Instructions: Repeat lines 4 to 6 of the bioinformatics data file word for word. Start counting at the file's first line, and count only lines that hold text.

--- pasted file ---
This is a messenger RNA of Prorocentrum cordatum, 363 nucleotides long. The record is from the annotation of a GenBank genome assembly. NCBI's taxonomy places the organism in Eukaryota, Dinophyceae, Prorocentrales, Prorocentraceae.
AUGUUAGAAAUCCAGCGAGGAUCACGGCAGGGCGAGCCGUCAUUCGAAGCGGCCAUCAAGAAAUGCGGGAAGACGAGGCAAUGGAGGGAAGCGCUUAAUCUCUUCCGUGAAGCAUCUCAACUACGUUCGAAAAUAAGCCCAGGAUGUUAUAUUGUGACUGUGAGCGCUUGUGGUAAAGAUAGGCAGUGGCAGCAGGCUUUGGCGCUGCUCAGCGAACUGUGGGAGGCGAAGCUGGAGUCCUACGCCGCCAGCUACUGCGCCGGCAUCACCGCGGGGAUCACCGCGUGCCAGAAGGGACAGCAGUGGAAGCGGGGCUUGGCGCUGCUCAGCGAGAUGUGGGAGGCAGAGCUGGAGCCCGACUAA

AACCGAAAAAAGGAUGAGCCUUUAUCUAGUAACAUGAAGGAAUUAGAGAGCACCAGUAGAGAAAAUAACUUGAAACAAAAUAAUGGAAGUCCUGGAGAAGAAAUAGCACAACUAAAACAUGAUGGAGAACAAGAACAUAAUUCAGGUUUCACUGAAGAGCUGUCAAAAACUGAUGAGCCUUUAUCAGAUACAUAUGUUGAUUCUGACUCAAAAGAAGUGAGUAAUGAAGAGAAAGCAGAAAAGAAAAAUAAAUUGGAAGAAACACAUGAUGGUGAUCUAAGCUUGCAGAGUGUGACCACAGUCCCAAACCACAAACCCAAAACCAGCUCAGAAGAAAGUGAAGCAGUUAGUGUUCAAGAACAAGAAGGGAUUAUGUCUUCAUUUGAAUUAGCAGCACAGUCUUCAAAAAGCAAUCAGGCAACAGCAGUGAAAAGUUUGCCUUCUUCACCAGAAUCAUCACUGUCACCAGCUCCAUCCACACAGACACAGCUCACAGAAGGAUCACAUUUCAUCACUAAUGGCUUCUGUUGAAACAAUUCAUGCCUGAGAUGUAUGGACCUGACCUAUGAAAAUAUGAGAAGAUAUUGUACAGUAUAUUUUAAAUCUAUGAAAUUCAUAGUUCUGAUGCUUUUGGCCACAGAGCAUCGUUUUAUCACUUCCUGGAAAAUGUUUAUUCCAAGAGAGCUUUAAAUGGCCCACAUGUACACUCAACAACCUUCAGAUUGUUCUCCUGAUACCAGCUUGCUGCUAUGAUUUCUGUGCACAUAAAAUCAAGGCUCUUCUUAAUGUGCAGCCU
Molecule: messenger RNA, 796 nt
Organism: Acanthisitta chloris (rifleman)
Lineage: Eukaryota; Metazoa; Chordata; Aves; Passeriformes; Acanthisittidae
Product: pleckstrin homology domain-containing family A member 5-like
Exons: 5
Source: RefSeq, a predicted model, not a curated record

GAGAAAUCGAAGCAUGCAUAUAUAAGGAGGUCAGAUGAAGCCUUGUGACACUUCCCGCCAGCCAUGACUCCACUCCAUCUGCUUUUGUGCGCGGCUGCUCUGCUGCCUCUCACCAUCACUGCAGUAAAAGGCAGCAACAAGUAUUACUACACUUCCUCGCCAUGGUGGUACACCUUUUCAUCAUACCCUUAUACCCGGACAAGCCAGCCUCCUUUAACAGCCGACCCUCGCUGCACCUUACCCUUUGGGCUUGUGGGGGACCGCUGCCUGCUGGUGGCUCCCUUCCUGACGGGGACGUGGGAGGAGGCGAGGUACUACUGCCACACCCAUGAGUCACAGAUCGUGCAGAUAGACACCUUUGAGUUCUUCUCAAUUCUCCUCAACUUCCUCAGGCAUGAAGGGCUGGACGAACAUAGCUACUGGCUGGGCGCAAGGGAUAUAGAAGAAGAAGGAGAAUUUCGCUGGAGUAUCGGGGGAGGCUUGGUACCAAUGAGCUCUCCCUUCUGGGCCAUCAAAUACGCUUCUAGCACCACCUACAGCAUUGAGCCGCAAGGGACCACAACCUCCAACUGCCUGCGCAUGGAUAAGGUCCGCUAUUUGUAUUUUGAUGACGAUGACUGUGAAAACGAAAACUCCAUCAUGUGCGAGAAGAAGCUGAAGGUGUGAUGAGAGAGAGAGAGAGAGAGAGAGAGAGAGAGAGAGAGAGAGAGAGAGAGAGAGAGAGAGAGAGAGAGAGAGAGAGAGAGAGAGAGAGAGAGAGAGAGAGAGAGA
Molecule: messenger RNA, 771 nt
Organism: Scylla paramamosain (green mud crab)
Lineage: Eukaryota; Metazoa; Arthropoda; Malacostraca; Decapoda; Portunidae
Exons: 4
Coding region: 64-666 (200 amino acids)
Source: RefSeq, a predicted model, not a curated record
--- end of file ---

Molecule: messenger RNA, 796 nt
Organism: Acanthisitta chloris (rifleman)
Lineage: Eukaryota; Metazoa; Chordata; Aves; Passeriformes; Acanthisittidae